Let's implement a simple program in SNOBOL on MTS to print today's date in different formats.
The problem is quite simple: take today's date and display it in ISO format (eg 2015-10-11) and a human readable format (eg Sunday, October 11, 2015). Further details and implementations in other languages can be found on Rosetta Code.
Getting today's date
There's a built in function in SNOBOL to return the date as an eight character string. Interestingly, the SNOBOL 4 Programming Language says this returns 'MM/DD/YY' but on MTS it returns 'MM-DD-YY'. Let's get this and store in a variable.
NOW = DATE()
Breaking the date into components
We take the date and extract the month, day and year using SNOBOL's pattern matching facility and assign it to variables
PART = SPAN("0123456789") SEP = "-" NOW (PART . MONTH) SEP (PART . DAY) SEP (PART . YEAR)
Y2K strikes again
The value returned from
DATE() has a two digit year, so let's assume we are running this in the 21st century.
CENTURY = 2000 CYEAR = YEAR + CENTURY
Displaying in ISO format
So displaying the date in ISO format is now simply a case of concatenating the day, month and four digit year and then outputting it.
ISO = CYEAR SEP MONTH SEP DAY OUTPUT = ISO
Day of the week
We now turn to the human readable form but there is a slight problem - we need to know which day of the week it is, eg Monday, and there is no facility in SNOBOL to calculate this. There may be a MTS external library we could call to get this, but instead we will use Gauss' algorithm to derive the day as a number from 0 (Sunday) to 6 (Saturday).
* GYEAR is the 4 digit year, unless Jan or Feb then subtract 2 * GMONTH is MONTH-2 modulus 12, Jan is 11, Feb is 12 GT(MONTH, 2) :S(G1)F(G2) G1 GYEAR = CYEAR GMONTH = MONTH - 2 :(GX) G2 GYEAR = CYEAR - 1 EQ(MONTH, 1) :S(G3)F(G4) G3 GMONTH = 11 :(GX) G4 GMONTH = 12 :(GX) GX WDAY = REMDR(DAY, 7) * Calculate the month term MT = (2.6 * GMONTH) - 0.2 * Add the month term - the 0.00005 is needed due to lack of FP precision WDAY = WDAY + REMDR(CONVERT(MT + 0.00005, 'INTEGER'), 7) WDAY = WDAY + 5 * REMDR(REMDR(GYEAR, 4), 7) WDAY = WDAY + 4 * REMDR(REMDR(GYEAR, 100), 7) WDAY = WDAY + 6 * REMDR(REMDR(GYEAR, 400), 7) WDAY = REMDR(WDAY, 7)
Month and day names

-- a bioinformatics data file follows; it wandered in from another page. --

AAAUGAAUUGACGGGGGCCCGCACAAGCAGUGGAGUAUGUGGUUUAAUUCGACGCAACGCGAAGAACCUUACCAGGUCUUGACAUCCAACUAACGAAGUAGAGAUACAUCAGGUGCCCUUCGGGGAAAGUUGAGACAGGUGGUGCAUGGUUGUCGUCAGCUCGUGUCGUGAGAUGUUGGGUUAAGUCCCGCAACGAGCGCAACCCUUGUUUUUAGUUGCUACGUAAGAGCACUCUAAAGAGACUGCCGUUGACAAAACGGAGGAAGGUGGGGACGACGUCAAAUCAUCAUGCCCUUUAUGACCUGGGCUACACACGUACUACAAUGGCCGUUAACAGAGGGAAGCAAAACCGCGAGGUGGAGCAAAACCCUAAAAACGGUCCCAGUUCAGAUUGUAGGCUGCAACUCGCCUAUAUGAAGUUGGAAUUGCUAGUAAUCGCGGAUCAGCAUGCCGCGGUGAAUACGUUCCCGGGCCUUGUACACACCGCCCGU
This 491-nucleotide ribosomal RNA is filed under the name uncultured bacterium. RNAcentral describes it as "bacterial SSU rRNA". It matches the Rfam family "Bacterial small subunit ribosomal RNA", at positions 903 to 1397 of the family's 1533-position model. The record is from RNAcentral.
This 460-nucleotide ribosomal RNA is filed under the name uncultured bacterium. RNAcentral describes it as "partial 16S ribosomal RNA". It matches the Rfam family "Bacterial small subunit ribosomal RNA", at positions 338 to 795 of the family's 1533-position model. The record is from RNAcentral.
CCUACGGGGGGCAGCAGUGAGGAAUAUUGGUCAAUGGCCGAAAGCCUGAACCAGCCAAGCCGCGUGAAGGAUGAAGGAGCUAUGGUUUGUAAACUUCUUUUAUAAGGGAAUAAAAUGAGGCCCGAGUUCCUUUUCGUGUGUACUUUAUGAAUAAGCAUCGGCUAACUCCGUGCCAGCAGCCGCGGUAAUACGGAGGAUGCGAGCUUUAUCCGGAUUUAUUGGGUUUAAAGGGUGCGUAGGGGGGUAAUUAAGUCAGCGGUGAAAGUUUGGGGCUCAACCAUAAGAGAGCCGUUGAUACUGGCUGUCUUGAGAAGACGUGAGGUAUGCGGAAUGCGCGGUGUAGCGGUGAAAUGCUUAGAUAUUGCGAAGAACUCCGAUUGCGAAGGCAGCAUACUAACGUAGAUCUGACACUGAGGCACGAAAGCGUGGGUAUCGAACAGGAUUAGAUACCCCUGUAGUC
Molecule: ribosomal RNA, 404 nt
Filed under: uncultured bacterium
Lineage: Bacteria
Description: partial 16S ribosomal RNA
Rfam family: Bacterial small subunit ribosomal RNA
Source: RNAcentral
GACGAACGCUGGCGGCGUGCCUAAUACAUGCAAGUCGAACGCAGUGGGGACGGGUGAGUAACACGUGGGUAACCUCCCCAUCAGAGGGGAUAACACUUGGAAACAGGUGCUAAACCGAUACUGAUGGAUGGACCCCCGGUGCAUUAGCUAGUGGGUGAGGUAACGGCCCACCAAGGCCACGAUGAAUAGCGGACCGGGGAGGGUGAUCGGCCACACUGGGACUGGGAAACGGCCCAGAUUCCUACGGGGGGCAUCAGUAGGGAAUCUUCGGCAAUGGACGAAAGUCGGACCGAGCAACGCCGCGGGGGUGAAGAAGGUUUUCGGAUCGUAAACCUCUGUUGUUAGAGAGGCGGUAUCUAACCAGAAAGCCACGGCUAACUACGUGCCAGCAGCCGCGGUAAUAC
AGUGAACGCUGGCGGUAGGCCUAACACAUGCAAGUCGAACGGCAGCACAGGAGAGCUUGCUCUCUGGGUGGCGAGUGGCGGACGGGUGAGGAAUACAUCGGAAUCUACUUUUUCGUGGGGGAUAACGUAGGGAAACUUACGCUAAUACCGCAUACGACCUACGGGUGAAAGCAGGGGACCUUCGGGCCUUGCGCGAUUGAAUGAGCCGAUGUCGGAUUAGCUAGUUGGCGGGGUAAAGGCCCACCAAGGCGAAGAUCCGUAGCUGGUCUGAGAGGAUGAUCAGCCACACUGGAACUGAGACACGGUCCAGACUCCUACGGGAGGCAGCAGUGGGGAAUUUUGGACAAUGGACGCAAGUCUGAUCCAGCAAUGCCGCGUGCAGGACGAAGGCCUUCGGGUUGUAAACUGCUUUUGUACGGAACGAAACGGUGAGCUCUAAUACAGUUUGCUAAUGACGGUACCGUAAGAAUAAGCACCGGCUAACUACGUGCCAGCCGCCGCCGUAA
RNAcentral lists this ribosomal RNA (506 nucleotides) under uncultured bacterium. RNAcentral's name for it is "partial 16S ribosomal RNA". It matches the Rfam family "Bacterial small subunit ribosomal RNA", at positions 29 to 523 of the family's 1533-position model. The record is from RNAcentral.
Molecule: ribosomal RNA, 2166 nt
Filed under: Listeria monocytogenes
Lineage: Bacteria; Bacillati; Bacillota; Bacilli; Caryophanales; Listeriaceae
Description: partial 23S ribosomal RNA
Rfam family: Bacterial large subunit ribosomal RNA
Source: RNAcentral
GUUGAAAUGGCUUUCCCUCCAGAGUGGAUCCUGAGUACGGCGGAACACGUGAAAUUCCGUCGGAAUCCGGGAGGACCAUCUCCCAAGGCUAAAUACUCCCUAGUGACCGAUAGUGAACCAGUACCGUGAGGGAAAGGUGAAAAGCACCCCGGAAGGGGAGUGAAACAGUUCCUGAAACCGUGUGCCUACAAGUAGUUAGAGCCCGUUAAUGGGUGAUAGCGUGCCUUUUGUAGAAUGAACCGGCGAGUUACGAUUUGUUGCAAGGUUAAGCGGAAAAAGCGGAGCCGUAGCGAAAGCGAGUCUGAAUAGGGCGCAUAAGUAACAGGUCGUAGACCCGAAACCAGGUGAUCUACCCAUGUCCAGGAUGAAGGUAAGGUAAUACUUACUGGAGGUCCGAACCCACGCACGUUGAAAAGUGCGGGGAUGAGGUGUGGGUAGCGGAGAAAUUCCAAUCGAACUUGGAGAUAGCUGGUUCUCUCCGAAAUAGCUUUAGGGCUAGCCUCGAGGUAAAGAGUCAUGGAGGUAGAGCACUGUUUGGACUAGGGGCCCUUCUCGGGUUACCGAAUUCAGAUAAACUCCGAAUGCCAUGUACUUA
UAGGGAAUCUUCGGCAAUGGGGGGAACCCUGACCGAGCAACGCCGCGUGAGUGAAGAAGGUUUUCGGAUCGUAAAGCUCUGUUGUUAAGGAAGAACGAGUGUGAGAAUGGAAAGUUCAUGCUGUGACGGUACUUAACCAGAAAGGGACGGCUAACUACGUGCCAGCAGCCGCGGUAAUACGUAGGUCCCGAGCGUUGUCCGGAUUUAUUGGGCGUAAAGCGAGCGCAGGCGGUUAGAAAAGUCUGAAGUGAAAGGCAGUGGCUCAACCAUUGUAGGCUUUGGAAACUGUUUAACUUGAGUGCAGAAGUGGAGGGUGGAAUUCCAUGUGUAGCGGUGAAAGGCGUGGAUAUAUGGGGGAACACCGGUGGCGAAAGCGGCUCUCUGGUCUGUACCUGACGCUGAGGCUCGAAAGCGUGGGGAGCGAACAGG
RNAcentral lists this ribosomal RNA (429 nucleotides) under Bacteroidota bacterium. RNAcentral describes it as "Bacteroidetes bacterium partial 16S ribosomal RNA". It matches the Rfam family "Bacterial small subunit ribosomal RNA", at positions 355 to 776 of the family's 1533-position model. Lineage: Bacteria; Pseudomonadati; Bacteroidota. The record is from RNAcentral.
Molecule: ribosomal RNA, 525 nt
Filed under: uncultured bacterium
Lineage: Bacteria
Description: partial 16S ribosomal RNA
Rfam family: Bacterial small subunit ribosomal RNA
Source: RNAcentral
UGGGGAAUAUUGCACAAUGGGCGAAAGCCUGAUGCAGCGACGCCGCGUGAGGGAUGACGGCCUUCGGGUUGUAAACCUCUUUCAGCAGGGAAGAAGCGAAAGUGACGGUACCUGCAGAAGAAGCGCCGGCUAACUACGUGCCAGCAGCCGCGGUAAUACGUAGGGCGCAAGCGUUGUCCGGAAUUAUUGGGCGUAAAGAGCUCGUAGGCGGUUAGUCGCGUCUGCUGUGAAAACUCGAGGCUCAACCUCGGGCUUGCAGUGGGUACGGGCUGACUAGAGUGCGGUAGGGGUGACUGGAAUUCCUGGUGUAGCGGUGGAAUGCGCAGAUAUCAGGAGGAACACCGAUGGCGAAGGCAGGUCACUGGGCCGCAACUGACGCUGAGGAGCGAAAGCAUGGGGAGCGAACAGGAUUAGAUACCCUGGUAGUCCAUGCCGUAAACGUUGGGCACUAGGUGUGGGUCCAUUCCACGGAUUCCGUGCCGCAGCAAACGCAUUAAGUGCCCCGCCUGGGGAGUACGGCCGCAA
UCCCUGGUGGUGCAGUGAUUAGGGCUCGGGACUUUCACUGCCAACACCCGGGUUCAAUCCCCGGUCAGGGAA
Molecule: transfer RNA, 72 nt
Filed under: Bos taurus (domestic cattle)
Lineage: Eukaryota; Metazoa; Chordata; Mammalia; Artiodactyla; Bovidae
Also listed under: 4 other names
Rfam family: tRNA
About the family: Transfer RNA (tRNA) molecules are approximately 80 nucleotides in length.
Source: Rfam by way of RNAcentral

We will need a way of translating a month and day number into a name, eg January or Monday. SNOBOL's arrays can be used for this. Note that the
DAYS array is indexed from 0 to 6 instead of 1 to 7.
MONTHS = ARRAY("12") MONTHS<1> = "January" MONTHS<2> = "February" * ... MONTHS<11> = "November" MONTHS<12> = "December" DAYS = ARRAY("0:6") DAYS<0> = "Sunday" DAYS<1> = "Monday" * ... DAYS<5> = "Friday" DAYS<6> = "Saturday"
Displaying in readable format
We now have all the components to display the date in readable format.
READABLE = DAYS<WDAY> ", " MONTHS<MONTH> " " DAY ", " CYEAR OUTPUT = READABLE
Running the program
Here's what the output of the program looks like.
# $run *snobol4 5=date.sn # Execution begins 21:09:05 SNOBOL4 (VERSION 3.10, APRIL 1, 1973) (MTS IMPLEMENTATION MAY 1, 1975) 0 SYNTACTIC ERROR(S) IN SOURCE PROGRAM 2015-10-11 Sunday, October 11, 2015 NORMAL TERMINATION AT LEVEL 0 LAST STATEMENT EXECUTED WAS 53 SNOBOL4 STATISTICS SUMMARY 38 MS. COMPILATION TIME 1 MS. EXECUTION TIME 41 STATEMENTS EXECUTED, 0 FAILED 21 ARITHMETIC OPERATIONS PERFORMED 1 PATTERN MATCHES PERFORMED 0 REGENERATIONS OF DYNAMIC STORAGE 0 READS PERFORMED 2 WRITES PERFORMED 0.02 MS. AVERAGE PER STATEMENT EXECUTED # Execution terminated 21:09:05 T=0.045
Final thoughts on SNOBOL
Using SNOBOL feels close to modern scripting languages such as Perl, Python or Ruby. I really like the pattern matching facilities where you can do things like
EXPR = TERM | *EXPR OP TERM which is much more powerful than regular expressions; I don't think there is any modern language that has this built in. The lack of control flow processing apart from GOTO is annoying; later versions of the language such as SPITBOL addressed this. I imagine that it was also rather slow when running on a mainframe, especially as it had to be compiled each time it was run.
I don't think SNOBOL is much in use today, but the maintainer of SPITBOL is still active.
Full source code for this program is on github.